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Abstract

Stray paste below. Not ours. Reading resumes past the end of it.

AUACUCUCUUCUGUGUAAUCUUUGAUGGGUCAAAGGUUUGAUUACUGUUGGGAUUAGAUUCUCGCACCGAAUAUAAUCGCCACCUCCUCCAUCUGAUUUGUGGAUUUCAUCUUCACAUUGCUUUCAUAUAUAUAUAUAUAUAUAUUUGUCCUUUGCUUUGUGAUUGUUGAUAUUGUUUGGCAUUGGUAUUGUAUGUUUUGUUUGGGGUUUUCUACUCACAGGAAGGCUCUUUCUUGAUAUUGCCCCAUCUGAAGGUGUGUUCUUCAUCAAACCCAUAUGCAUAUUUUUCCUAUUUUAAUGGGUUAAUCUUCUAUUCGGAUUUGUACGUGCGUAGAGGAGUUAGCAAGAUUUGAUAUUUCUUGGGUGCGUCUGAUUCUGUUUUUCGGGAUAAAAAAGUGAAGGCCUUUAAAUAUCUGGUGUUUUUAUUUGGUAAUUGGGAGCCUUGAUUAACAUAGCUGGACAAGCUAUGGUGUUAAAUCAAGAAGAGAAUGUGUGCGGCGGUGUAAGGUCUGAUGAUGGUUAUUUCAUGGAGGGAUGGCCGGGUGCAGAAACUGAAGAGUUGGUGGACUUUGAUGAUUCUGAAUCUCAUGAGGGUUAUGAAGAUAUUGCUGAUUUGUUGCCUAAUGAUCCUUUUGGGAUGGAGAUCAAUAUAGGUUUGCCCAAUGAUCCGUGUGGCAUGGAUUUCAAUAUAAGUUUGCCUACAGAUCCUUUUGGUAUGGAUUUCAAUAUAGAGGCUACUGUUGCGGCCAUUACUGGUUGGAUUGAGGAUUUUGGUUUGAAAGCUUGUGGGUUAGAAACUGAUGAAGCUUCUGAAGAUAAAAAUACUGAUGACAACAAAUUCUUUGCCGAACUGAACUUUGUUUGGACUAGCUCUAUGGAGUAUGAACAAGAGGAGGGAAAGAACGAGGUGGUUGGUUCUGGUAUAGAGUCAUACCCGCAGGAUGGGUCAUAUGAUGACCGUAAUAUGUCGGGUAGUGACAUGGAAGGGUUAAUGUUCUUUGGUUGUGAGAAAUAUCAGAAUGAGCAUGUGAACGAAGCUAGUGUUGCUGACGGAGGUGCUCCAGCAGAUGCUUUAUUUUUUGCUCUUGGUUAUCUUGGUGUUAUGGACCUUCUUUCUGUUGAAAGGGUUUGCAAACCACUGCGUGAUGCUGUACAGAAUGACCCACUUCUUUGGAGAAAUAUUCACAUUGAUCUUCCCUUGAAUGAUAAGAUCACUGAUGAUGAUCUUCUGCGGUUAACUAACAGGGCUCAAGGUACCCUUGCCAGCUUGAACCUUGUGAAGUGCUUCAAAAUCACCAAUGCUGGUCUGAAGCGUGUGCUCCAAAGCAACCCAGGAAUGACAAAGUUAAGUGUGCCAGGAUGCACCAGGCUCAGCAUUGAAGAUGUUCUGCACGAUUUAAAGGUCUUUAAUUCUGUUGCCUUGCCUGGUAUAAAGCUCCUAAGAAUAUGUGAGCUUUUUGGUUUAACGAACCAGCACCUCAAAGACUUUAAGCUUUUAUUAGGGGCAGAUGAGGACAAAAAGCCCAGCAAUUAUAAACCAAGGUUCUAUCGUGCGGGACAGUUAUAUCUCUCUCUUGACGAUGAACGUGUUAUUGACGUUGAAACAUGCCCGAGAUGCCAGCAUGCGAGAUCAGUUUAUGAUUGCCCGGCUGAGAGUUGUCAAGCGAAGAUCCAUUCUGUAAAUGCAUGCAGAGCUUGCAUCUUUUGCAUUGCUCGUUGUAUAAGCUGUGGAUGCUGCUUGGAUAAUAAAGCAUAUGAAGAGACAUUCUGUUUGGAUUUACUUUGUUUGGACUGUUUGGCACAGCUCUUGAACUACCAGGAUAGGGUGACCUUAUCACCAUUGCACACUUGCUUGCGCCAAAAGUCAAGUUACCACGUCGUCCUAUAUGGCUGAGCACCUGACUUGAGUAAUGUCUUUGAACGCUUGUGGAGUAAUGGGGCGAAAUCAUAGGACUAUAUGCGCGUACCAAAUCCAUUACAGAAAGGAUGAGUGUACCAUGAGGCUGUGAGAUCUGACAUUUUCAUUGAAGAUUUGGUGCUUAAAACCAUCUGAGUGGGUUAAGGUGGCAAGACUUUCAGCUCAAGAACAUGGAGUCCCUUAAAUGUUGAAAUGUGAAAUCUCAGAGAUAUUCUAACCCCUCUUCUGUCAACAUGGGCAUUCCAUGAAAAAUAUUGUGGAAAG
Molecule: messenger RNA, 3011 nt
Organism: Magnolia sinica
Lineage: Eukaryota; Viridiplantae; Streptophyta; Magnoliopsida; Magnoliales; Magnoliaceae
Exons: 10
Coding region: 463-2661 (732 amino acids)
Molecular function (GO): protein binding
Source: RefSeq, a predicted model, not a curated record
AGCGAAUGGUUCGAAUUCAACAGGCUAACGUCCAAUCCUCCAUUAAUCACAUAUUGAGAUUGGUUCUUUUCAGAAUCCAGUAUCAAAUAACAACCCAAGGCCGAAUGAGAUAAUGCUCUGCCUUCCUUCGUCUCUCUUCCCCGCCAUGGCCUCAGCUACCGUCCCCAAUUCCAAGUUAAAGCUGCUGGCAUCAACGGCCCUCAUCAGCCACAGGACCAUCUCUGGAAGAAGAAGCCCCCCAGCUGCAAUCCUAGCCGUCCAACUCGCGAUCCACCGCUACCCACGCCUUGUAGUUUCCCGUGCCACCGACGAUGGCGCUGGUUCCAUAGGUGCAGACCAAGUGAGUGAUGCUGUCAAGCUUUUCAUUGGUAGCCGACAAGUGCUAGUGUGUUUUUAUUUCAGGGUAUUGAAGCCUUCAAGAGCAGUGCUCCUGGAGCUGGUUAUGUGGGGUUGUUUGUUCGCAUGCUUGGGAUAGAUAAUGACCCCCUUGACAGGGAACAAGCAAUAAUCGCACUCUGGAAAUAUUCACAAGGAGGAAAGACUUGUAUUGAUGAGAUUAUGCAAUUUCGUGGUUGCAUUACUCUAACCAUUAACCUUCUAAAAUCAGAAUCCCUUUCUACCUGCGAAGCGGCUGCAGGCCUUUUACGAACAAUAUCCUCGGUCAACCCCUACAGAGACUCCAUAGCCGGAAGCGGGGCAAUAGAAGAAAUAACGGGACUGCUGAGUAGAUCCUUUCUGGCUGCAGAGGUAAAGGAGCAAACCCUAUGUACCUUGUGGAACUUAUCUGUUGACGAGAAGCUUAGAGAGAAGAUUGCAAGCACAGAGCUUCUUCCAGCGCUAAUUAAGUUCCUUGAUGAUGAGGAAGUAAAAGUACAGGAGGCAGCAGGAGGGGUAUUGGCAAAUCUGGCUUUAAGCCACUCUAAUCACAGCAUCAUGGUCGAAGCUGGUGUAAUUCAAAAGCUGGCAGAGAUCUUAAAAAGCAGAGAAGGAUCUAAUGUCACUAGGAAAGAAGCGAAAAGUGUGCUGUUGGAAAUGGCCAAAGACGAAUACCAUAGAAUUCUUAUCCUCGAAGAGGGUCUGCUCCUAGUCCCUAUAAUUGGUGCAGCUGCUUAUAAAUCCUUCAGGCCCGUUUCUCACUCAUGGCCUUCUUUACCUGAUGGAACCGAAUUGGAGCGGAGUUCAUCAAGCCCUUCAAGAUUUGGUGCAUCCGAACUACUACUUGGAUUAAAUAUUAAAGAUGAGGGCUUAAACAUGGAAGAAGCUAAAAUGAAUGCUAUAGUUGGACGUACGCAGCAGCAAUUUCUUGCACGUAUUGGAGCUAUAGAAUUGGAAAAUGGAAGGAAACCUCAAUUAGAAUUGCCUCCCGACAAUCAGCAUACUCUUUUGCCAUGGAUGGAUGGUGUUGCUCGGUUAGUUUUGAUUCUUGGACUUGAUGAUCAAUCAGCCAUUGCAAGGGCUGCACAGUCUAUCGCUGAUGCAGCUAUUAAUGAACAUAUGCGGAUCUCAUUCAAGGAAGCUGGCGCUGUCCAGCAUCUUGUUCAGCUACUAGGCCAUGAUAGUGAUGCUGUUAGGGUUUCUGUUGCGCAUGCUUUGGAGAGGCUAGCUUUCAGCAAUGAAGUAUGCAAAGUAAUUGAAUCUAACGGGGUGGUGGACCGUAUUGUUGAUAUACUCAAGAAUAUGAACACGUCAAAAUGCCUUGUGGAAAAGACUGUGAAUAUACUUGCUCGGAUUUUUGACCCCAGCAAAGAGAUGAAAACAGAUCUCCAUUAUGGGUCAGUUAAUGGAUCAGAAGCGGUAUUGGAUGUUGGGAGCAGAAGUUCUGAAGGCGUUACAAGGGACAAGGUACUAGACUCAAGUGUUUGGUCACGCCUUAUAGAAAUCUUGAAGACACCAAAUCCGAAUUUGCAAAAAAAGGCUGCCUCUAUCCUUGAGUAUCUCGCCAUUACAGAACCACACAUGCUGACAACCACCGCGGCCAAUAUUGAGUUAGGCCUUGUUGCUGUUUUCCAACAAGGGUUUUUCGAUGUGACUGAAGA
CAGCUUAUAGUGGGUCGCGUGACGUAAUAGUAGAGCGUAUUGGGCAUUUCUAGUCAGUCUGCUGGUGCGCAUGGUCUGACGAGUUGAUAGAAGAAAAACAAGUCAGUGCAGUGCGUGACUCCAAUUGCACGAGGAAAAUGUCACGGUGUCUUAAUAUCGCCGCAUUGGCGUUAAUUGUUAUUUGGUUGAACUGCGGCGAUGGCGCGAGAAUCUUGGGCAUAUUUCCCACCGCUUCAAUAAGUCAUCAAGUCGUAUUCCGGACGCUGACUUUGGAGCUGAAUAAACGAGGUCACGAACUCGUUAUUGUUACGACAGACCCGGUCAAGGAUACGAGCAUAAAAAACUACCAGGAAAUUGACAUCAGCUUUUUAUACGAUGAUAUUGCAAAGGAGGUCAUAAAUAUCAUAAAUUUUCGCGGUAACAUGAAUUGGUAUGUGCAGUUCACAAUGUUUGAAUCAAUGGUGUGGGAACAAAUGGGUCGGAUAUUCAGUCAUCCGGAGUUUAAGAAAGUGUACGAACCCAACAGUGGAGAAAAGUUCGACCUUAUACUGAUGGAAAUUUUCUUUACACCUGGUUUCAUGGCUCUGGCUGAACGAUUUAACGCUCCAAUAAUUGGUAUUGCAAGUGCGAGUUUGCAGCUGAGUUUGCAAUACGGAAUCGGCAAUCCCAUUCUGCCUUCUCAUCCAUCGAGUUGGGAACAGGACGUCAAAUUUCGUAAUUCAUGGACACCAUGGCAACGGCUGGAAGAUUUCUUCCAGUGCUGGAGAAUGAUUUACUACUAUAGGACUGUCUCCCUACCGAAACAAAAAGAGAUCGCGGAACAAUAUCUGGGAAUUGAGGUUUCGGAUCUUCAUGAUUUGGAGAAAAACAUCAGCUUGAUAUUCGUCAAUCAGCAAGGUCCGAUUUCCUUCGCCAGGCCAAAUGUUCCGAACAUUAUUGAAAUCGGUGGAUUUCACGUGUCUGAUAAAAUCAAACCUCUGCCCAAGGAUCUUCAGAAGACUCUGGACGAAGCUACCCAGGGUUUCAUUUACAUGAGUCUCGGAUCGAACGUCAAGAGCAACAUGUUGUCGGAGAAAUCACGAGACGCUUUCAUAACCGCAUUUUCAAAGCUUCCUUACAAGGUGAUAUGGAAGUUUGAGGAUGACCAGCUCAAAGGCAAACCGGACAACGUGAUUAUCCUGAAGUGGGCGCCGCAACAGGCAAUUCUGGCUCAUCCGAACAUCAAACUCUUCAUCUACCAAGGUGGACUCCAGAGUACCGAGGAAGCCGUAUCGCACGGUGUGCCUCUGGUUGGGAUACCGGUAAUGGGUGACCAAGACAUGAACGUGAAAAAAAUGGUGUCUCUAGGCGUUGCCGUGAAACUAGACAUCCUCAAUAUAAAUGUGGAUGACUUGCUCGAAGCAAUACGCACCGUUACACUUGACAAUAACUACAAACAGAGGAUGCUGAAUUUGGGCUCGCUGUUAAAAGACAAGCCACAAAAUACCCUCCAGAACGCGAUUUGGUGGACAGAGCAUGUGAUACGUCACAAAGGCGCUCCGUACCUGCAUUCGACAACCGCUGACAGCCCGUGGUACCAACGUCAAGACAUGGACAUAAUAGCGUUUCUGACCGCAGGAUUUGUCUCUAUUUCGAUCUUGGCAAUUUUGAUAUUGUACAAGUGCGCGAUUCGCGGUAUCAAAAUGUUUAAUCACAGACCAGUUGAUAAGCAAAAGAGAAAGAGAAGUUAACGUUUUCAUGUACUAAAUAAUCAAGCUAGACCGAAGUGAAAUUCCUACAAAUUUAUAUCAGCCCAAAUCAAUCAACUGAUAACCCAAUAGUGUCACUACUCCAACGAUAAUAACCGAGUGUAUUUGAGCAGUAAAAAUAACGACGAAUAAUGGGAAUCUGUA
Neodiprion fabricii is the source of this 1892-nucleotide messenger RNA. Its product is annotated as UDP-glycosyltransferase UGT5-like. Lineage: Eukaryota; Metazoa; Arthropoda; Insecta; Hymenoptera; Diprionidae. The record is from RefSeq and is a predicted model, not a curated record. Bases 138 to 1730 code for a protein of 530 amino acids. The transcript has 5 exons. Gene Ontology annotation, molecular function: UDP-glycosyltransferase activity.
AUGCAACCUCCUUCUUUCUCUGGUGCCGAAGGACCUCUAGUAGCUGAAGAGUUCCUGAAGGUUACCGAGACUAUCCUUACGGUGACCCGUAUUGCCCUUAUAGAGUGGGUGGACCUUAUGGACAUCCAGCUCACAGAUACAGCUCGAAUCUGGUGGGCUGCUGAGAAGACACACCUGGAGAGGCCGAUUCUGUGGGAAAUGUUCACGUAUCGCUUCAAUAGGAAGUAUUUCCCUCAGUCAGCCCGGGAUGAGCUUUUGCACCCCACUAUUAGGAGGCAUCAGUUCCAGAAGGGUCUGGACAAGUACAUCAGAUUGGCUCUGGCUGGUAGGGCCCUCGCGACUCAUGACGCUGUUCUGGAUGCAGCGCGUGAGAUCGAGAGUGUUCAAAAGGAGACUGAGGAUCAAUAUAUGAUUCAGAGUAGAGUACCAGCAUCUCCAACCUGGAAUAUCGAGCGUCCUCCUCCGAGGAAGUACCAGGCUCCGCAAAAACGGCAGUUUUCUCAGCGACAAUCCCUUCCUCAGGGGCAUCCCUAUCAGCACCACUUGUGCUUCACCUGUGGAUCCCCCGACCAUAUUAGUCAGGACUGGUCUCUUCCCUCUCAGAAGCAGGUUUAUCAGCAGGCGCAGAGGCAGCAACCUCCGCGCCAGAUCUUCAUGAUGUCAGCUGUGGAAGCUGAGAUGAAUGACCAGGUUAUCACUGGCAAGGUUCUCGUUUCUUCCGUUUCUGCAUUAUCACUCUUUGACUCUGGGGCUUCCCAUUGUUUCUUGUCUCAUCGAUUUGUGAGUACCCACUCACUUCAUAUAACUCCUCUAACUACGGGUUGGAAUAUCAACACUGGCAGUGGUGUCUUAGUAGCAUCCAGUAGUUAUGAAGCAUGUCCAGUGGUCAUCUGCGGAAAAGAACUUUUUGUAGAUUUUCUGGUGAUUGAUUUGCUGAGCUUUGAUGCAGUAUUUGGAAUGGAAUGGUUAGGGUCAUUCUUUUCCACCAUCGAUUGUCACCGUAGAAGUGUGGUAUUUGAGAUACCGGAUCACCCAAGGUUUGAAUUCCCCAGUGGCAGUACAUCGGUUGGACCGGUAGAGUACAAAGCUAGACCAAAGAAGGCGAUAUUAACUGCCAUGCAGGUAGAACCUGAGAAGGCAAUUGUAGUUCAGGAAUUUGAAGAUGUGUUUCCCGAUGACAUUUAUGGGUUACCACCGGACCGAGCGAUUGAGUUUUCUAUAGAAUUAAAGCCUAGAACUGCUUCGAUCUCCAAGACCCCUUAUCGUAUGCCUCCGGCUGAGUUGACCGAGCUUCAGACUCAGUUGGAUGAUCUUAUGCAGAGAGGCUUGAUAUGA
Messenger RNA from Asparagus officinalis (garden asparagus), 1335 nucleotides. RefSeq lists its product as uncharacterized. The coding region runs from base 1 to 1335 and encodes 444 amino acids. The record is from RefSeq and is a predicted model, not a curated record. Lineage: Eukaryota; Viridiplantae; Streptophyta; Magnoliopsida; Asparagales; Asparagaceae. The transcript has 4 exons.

The increased emphasis on loans during the 1980s as a major source of student financial aid has caused some people in the higher education community to speculate that this shift could have detrimental effects on long-term persistence. This article examines the evolving influence of student financial aid on year-to-year persistence for three student cohorts, the high school classes of 1972, 1980, and 1982. A comparative analysis of the National Longitudinal Study and High School and Beyond Survey is presented. The findings include: (1) loans as the only form of aid were negatively associated with first-to-second-year persistence in the 1970s, but not the 1980s; and (2) all types of aid packages were positively associated with year-to-year persistence in the 1970s and 1980s.

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